Beloved, how is it with your faith? Scripture teaches us that our faith must be knowledge and confidence together. Only such a faith will connect us to Christ – so is that connection solid? It is not mud nor string, but faith that connects us to the branch – it’s got to last! It needs to be solid! Only with a good connection will life flow from Christ to us! We will have our up and down times, but our faith cannot depend on our mood. Our connection to Christ must be made firm and sure!

So we must protect and nurture our faith. Protect your faith by fleeing those things that might damage it. Nothing attacks our connection to Christ more than persistent sin! So get rid of those things that detract from your devotion to God’s service. Take a good look at your life and ask where your confidence is: Is it in money? Your looks? Your friends? Your future? Or is your confidence only in God?

And nurture your faith: strive to increase in knowledge, through the study of God’s Word. Don’t fill your head with the lyrics of all kinds of godless songs, don’t let your thoughts be dominated by what will happen next on your favourite TV show, but fill your mind with the knowledge of the Word. For it is a book with a glorious content, the promise of the gospel.

3) the foundation of faith: We’ve seen that our knowledge of faith is rooted in "all that God has revealed to us in his Word" (Q&A 21). Because it’s God himself who speaks in his Word, a Christian is not allowed to choose what he wants to believe, selectively hearing, but he must believe all that God says. What it is that God has revealed to us? What must a Christian believe?

We must believe "All that is promised us in the gospel." The Church has summarized the gospel with an ancient confession, the Apostles’ Creed. This Creed is a faithful summary of the gospel that has been revealed.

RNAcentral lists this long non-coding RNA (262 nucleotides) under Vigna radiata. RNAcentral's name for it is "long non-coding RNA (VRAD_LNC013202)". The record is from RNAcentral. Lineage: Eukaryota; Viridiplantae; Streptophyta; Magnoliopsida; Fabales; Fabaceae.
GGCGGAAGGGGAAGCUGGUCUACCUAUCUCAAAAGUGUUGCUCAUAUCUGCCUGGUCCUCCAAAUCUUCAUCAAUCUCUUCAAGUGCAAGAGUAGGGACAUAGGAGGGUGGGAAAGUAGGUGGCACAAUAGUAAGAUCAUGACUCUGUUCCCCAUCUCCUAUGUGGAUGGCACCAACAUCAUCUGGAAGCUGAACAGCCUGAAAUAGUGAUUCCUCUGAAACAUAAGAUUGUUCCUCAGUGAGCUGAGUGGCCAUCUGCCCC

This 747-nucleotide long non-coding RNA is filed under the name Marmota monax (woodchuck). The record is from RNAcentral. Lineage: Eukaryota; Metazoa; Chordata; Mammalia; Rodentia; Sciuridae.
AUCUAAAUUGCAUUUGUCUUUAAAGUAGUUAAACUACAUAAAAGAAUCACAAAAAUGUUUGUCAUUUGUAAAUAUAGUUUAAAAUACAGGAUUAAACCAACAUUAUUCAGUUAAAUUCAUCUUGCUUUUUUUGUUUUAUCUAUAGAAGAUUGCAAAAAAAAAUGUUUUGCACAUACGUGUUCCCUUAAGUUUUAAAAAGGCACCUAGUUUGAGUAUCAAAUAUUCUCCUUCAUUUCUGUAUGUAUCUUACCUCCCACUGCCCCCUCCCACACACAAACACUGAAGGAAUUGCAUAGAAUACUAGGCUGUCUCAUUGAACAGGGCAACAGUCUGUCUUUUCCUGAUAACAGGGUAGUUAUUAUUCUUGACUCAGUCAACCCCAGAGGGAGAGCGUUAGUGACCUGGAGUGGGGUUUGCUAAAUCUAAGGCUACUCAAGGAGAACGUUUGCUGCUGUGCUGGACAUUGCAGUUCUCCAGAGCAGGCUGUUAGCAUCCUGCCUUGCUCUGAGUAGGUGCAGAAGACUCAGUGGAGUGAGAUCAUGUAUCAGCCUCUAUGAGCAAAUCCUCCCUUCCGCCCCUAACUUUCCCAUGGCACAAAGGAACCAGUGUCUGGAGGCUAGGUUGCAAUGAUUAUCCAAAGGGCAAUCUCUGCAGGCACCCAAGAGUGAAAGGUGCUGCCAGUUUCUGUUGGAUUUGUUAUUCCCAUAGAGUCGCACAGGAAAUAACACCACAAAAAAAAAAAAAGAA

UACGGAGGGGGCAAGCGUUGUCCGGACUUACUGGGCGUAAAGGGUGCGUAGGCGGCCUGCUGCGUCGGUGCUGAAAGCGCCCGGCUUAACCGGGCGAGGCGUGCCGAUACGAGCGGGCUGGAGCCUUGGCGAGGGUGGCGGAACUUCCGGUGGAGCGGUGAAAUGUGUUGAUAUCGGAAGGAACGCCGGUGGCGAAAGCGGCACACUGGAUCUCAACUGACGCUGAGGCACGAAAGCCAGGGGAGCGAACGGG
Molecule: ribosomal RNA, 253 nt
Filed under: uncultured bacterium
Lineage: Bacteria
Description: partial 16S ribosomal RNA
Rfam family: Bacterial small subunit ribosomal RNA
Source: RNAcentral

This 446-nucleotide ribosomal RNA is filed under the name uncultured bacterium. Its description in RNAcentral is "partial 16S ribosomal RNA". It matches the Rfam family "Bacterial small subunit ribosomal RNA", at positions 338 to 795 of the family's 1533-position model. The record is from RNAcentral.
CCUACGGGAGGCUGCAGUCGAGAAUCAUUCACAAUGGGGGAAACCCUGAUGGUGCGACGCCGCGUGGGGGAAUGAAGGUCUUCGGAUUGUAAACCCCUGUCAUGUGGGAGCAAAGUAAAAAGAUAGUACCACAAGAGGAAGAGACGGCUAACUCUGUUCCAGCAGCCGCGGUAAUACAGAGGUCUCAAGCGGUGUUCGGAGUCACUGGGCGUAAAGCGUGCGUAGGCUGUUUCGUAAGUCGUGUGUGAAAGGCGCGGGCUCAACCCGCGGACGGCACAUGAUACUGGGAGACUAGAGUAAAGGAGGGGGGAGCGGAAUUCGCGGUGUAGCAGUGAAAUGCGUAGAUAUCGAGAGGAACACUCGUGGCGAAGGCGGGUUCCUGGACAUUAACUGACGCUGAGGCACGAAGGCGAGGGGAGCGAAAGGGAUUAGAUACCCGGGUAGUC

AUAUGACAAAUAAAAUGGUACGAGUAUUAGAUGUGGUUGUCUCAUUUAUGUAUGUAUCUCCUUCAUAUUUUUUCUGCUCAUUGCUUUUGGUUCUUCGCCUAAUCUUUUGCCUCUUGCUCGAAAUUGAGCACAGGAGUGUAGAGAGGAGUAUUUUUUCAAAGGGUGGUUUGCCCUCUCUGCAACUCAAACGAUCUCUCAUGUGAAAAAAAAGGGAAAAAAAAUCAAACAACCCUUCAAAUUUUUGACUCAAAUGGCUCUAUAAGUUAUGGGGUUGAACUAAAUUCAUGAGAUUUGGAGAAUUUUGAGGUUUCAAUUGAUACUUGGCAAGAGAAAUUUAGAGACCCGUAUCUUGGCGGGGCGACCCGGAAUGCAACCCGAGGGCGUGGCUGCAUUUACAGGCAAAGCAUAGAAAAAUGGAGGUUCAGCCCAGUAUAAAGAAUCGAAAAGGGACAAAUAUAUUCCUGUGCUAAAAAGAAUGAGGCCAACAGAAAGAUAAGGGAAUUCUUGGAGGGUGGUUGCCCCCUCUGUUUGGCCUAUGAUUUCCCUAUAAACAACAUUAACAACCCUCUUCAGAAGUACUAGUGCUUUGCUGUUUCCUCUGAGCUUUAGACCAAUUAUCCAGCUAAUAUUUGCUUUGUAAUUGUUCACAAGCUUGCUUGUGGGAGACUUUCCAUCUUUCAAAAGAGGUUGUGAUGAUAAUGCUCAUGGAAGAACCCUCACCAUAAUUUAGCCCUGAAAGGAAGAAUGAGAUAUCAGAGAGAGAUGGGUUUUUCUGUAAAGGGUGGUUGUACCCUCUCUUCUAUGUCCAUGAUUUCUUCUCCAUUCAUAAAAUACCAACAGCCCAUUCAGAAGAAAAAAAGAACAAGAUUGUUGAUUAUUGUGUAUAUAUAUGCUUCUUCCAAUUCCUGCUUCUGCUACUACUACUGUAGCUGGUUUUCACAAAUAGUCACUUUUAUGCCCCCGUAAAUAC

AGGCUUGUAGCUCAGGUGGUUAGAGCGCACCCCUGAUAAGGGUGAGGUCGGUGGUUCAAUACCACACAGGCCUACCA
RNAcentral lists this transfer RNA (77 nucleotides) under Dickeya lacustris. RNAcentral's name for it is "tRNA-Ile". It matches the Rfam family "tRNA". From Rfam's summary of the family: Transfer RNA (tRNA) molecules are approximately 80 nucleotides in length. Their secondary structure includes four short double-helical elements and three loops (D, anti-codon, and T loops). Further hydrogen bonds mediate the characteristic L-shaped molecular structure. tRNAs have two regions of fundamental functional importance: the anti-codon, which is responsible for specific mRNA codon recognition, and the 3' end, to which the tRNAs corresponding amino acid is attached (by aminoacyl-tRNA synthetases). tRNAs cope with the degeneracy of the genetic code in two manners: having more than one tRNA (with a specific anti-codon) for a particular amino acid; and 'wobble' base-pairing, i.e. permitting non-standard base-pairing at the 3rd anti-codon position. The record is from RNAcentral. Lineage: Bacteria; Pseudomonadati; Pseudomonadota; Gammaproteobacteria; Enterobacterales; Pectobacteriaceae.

When we confess our personal faith, in the worship service and in our daily lives, we do so with the whole church. We stand not as individuals, but together with all Christians; this is the faith of the catholic church of Christ, from every time and place and people, built on the unchanging cornerstone of Christ and the foundation of the apostles.

And when we confess our faith, we may do so without doubt. The Catechism says it is an undoubted faith, for we know that God does not lie. In a world of uncertainty, of this gospel we may be sure – because God has told us so!

When we confess our faith, with our voices in the worship service and in our daily life, we dare not say it is this faith that makes us good or pleasing in God’s sight. Yes, it’s beautiful to sing and recite the creed in church and at home, and it’s wonderful to have this faith as a sure knowledge and firm confidence. And faith, as we’ve seen, is that vital connection to God. Faith is good and faith is necessary! No one here would want to go a day without his or her faith. If we do not have faith in God, what do we have?

Yes, we need faith to be acceptable to God, and to make it through this life. But whose faith is perfect? Who does not sometimes have a doubt, or who does not live like he doubts that there is an Almighty God in heaven? By faith we are grafted into Christ and receive all his benefits – but whose faith is a worthy connection to Christ? No one’s!

Do we worry then? Is my little, struggling, doubting, wandering, shrinking, faith enough to keep me from being cut off and thrown away? Must we worry about our imperfect faith?

Beloved, do not worry. Rather, strive to nurture and protect your faith, and then give thanks all the more! For remember this: It is not our faith that saves us, but God! For what is an insignificant branch of leaf on a great and majestic tree? The leaf and branch still can never live on their own, even with that proper connection, in place and secure. Life is from the tree! Life is from the True Vine!

It’s not how much or how greatly I believe, but how much God has promised and given in his grace in Christ. It’s not that our faith is so admirable, but that the grace of God is so amazing! In the Scriptures and in our creed, the Triune God keeps on saying, "This is what I have done for you." It is by grace, from first to last: That the Father created us and always sustains us by his hand; that the Son came for us, died for us, rose for us, and rules for us; that the Spirit dwells in us, changes us, and guarantees the eternal inheritance in store for us – "This is all for you," by grace.

It is all by grace. This is our foundation and confidence. Having been grafted into Christ by faith, now let us grow up into him! God has given us so much, now let us hold on to it! Let us strengthen our connection to Christ every day, and receive from him grace and every good thing. And like a good branch on the True Vine, may we bear much fruit, to the glory of God! Amen.




* As a matter of courtesy please advise Rev. Reuben Bredenhof, if you plan to use this sermon in a worship service.   Thank-you.
(c) Copyright 2005, Rev. Reuben Bredenhof